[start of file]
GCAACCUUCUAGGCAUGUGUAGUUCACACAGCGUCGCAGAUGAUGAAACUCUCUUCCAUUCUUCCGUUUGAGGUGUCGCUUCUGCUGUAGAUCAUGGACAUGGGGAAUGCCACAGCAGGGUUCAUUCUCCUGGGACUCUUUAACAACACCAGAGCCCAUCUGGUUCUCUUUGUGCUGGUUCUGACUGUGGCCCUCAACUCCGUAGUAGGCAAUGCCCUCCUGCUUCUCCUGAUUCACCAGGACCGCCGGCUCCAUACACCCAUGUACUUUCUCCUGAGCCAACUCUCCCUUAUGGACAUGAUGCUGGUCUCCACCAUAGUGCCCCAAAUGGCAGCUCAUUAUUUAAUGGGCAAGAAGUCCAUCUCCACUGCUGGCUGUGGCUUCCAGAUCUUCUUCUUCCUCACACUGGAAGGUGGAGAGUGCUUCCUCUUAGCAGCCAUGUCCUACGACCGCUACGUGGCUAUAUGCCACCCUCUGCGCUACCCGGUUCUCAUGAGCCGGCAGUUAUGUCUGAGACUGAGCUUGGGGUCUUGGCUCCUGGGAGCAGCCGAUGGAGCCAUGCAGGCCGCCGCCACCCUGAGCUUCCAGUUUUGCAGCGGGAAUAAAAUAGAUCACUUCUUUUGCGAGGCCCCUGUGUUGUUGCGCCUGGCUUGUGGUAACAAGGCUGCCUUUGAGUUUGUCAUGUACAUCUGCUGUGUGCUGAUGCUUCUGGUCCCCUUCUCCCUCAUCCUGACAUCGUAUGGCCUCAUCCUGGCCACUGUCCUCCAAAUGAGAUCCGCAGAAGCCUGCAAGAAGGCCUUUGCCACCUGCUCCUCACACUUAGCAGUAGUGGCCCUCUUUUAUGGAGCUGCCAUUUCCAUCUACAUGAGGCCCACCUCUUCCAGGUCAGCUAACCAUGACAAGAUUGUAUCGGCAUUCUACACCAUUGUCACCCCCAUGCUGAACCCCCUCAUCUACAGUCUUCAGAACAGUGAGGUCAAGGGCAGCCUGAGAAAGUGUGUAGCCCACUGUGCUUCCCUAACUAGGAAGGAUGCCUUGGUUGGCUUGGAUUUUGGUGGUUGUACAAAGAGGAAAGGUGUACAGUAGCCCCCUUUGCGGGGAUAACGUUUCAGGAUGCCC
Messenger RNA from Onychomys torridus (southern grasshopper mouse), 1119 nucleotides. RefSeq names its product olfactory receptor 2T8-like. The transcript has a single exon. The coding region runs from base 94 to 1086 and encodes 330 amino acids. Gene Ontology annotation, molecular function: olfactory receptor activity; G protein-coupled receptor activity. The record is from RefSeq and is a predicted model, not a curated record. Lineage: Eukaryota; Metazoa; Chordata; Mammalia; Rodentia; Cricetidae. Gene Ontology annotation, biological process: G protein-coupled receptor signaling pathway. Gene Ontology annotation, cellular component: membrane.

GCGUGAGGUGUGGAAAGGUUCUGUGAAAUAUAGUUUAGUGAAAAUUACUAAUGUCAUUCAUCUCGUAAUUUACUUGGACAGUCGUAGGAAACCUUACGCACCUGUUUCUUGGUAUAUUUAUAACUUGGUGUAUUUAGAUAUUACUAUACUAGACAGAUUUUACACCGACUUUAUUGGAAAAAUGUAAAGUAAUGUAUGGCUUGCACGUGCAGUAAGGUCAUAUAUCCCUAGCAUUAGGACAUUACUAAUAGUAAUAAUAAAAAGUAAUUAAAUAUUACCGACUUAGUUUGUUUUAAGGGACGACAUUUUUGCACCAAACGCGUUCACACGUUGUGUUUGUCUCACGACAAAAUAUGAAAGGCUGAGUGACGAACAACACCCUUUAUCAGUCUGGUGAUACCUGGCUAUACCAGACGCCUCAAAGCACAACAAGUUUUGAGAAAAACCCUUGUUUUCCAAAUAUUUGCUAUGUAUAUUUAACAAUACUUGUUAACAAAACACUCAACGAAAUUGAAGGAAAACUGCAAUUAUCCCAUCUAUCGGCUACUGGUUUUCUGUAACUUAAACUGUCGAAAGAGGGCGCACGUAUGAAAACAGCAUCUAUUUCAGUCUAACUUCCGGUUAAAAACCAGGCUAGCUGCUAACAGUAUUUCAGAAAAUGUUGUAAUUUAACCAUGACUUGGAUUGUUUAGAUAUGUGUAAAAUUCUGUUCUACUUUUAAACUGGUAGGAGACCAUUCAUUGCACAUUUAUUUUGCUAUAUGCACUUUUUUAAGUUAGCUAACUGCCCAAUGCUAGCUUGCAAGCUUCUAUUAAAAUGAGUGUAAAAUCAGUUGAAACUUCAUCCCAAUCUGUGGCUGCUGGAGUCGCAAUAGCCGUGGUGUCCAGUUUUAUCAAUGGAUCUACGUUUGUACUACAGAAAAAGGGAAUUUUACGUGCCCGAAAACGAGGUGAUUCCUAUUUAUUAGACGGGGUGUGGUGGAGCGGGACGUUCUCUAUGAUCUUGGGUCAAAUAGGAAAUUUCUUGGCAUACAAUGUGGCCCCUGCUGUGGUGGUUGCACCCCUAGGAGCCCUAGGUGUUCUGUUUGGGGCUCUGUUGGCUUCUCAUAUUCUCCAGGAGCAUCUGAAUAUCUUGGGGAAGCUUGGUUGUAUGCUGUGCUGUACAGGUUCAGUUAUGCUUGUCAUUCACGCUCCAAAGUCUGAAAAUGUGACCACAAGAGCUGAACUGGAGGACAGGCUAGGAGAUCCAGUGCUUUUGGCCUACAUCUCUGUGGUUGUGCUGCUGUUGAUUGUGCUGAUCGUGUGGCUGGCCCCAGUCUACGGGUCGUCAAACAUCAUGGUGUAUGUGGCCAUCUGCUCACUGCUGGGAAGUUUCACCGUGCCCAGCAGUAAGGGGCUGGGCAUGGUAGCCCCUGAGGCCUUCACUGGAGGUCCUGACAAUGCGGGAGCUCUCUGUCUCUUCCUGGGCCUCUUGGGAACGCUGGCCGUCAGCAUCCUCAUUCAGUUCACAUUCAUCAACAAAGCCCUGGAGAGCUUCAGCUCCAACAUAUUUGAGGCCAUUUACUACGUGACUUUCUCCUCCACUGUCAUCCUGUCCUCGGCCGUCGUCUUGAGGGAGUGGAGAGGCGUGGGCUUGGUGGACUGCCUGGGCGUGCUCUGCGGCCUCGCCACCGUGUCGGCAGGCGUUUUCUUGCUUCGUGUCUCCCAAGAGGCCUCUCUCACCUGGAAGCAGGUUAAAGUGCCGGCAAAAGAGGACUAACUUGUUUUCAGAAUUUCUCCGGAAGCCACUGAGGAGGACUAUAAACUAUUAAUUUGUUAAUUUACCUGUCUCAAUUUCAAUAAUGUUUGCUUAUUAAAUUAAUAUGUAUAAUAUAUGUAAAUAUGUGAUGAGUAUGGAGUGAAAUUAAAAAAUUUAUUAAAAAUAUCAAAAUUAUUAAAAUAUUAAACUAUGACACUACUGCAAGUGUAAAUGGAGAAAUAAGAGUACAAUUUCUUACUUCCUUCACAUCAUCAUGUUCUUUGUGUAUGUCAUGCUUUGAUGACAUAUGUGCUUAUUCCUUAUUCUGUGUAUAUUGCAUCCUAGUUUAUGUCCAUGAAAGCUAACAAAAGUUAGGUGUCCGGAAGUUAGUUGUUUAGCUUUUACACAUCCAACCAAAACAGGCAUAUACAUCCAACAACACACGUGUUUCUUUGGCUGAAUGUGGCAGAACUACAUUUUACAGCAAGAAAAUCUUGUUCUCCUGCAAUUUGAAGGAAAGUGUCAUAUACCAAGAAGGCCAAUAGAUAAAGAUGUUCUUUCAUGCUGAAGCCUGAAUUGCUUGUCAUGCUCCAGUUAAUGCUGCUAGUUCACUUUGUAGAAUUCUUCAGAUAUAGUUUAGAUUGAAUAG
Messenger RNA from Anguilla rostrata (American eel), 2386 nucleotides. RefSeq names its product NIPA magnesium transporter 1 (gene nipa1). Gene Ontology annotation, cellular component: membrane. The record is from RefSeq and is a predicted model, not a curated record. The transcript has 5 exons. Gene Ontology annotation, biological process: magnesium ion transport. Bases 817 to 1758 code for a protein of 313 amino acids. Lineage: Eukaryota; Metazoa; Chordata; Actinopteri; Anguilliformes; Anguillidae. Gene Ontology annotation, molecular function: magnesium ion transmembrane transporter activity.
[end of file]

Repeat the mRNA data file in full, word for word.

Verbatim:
GCAACCUUCUAGGCAUGUGUAGUUCACACAGCGUCGCAGAUGAUGAAACUCUCUUCCAUUCUUCCGUUUGAGGUGUCGCUUCUGCUGUAGAUCAUGGACAUGGGGAAUGCCACAGCAGGGUUCAUUCUCCUGGGACUCUUUAACAACACCAGAGCCCAUCUGGUUCUCUUUGUGCUGGUUCUGACUGUGGCCCUCAACUCCGUAGUAGGCAAUGCCCUCCUGCUUCUCCUGAUUCACCAGGACCGCCGGCUCCAUACACCCAUGUACUUUCUCCUGAGCCAACUCUCCCUUAUGGACAUGAUGCUGGUCUCCACCAUAGUGCCCCAAAUGGCAGCUCAUUAUUUAAUGGGCAAGAAGUCCAUCUCCACUGCUGGCUGUGGCUUCCAGAUCUUCUUCUUCCUCACACUGGAAGGUGGAGAGUGCUUCCUCUUAGCAGCCAUGUCCUACGACCGCUACGUGGCUAUAUGCCACCCUCUGCGCUACCCGGUUCUCAUGAGCCGGCAGUUAUGUCUGAGACUGAGCUUGGGGUCUUGGCUCCUGGGAGCAGCCGAUGGAGCCAUGCAGGCCGCCGCCACCCUGAGCUUCCAGUUUUGCAGCGGGAAUAAAAUAGAUCACUUCUUUUGCGAGGCCCCUGUGUUGUUGCGCCUGGCUUGUGGUAACAAGGCUGCCUUUGAGUUUGUCAUGUACAUCUGCUGUGUGCUGAUGCUUCUGGUCCCCUUCUCCCUCAUCCUGACAUCGUAUGGCCUCAUCCUGGCCACUGUCCUCCAAAUGAGAUCCGCAGAAGCCUGCAAGAAGGCCUUUGCCACCUGCUCCUCACACUUAGCAGUAGUGGCCCUCUUUUAUGGAGCUGCCAUUUCCAUCUACAUGAGGCCCACCUCUUCCAGGUCAGCUAACCAUGACAAGAUUGUAUCGGCAUUCUACACCAUUGUCACCCCCAUGCUGAACCCCCUCAUCUACAGUCUUCAGAACAGUGAGGUCAAGGGCAGCCUGAGAAAGUGUGUAGCCCACUGUGCUUCCCUAACUAGGAAGGAUGCCUUGGUUGGCUUGGAUUUUGGUGGUUGUACAAAGAGGAAAGGUGUACAGUAGCCCCCUUUGCGGGGAUAACGUUUCAGGAUGCCC
Messenger RNA from Onychomys torridus (southern grasshopper mouse), 1119 nucleotides. RefSeq names its product olfactory receptor 2T8-like. The transcript has a single exon. The coding region runs from base 94 to 1086 and encodes 330 amino acids. Gene Ontology annotation, molecular function: olfactory receptor activity; G protein-coupled receptor activity. The record is from RefSeq and is a predicted model, not a curated record. Lineage: Eukaryota; Metazoa; Chordata; Mammalia; Rodentia; Cricetidae. Gene Ontology annotation, biological process: G protein-coupled receptor signaling pathway. Gene Ontology annotation, cellular component: membrane.

GCGUGAGGUGUGGAAAGGUUCUGUGAAAUAUAGUUUAGUGAAAAUUACUAAUGUCAUUCAUCUCGUAAUUUACUUGGACAGUCGUAGGAAACCUUACGCACCUGUUUCUUGGUAUAUUUAUAACUUGGUGUAUUUAGAUAUUACUAUACUAGACAGAUUUUACACCGACUUUAUUGGAAAAAUGUAAAGUAAUGUAUGGCUUGCACGUGCAGUAAGGUCAUAUAUCCCUAGCAUUAGGACAUUACUAAUAGUAAUAAUAAAAAGUAAUUAAAUAUUACCGACUUAGUUUGUUUUAAGGGACGACAUUUUUGCACCAAACGCGUUCACACGUUGUGUUUGUCUCACGACAAAAUAUGAAAGGCUGAGUGACGAACAACACCCUUUAUCAGUCUGGUGAUACCUGGCUAUACCAGACGCCUCAAAGCACAACAAGUUUUGAGAAAAACCCUUGUUUUCCAAAUAUUUGCUAUGUAUAUUUAACAAUACUUGUUAACAAAACACUCAACGAAAUUGAAGGAAAACUGCAAUUAUCCCAUCUAUCGGCUACUGGUUUUCUGUAACUUAAACUGUCGAAAGAGGGCGCACGUAUGAAAACAGCAUCUAUUUCAGUCUAACUUCCGGUUAAAAACCAGGCUAGCUGCUAACAGUAUUUCAGAAAAUGUUGUAAUUUAACCAUGACUUGGAUUGUUUAGAUAUGUGUAAAAUUCUGUUCUACUUUUAAACUGGUAGGAGACCAUUCAUUGCACAUUUAUUUUGCUAUAUGCACUUUUUUAAGUUAGCUAACUGCCCAAUGCUAGCUUGCAAGCUUCUAUUAAAAUGAGUGUAAAAUCAGUUGAAACUUCAUCCCAAUCUGUGGCUGCUGGAGUCGCAAUAGCCGUGGUGUCCAGUUUUAUCAAUGGAUCUACGUUUGUACUACAGAAAAAGGGAAUUUUACGUGCCCGAAAACGAGGUGAUUCCUAUUUAUUAGACGGGGUGUGGUGGAGCGGGACGUUCUCUAUGAUCUUGGGUCAAAUAGGAAAUUUCUUGGCAUACAAUGUGGCCCCUGCUGUGGUGGUUGCACCCCUAGGAGCCCUAGGUGUUCUGUUUGGGGCUCUGUUGGCUUCUCAUAUUCUCCAGGAGCAUCUGAAUAUCUUGGGGAAGCUUGGUUGUAUGCUGUGCUGUACAGGUUCAGUUAUGCUUGUCAUUCACGCUCCAAAGUCUGAAAAUGUGACCACAAGAGCUGAACUGGAGGACAGGCUAGGAGAUCCAGUGCUUUUGGCCUACAUCUCUGUGGUUGUGCUGCUGUUGAUUGUGCUGAUCGUGUGGCUGGCCCCAGUCUACGGGUCGUCAAACAUCAUGGUGUAUGUGGCCAUCUGCUCACUGCUGGGAAGUUUCACCGUGCCCAGCAGUAAGGGGCUGGGCAUGGUAGCCCCUGAGGCCUUCACUGGAGGUCCUGACAAUGCGGGAGCUCUCUGUCUCUUCCUGGGCCUCUUGGGAACGCUGGCCGUCAGCAUCCUCAUUCAGUUCACAUUCAUCAACAAAGCCCUGGAGAGCUUCAGCUCCAACAUAUUUGAGGCCAUUUACUACGUGACUUUCUCCUCCACUGUCAUCCUGUCCUCGGCCGUCGUCUUGAGGGAGUGGAGAGGCGUGGGCUUGGUGGACUGCCUGGGCGUGCUCUGCGGCCUCGCCACCGUGUCGGCAGGCGUUUUCUUGCUUCGUGUCUCCCAAGAGGCCUCUCUCACCUGGAAGCAGGUUAAAGUGCCGGCAAAAGAGGACUAACUUGUUUUCAGAAUUUCUCCGGAAGCCACUGAGGAGGACUAUAAACUAUUAAUUUGUUAAUUUACCUGUCUCAAUUUCAAUAAUGUUUGCUUAUUAAAUUAAUAUGUAUAAUAUAUGUAAAUAUGUGAUGAGUAUGGAGUGAAAUUAAAAAAUUUAUUAAAAAUAUCAAAAUUAUUAAAAUAUUAAACUAUGACACUACUGCAAGUGUAAAUGGAGAAAUAAGAGUACAAUUUCUUACUUCCUUCACAUCAUCAUGUUCUUUGUGUAUGUCAUGCUUUGAUGACAUAUGUGCUUAUUCCUUAUUCUGUGUAUAUUGCAUCCUAGUUUAUGUCCAUGAAAGCUAACAAAAGUUAGGUGUCCGGAAGUUAGUUGUUUAGCUUUUACACAUCCAACCAAAACAGGCAUAUACAUCCAACAACACACGUGUUUCUUUGGCUGAAUGUGGCAGAACUACAUUUUACAGCAAGAAAAUCUUGUUCUCCUGCAAUUUGAAGGAAAGUGUCAUAUACCAAGAAGGCCAAUAGAUAAAGAUGUUCUUUCAUGCUGAAGCCUGAAUUGCUUGUCAUGCUCCAGUUAAUGCUGCUAGUUCACUUUGUAGAAUUCUUCAGAUAUAGUUUAGAUUGAAUAG
Messenger RNA from Anguilla rostrata (American eel), 2386 nucleotides. RefSeq names its product NIPA magnesium transporter 1 (gene nipa1). Gene Ontology annotation, cellular component: membrane. The record is from RefSeq and is a predicted model, not a curated record. The transcript has 5 exons. Gene Ontology annotation, biological process: magnesium ion transport. Bases 817 to 1758 code for a protein of 313 amino acids. Lineage: Eukaryota; Metazoa; Chordata; Actinopteri; Anguilliformes; Anguillidae. Gene Ontology annotation, molecular function: magnesium ion transmembrane transporter activity.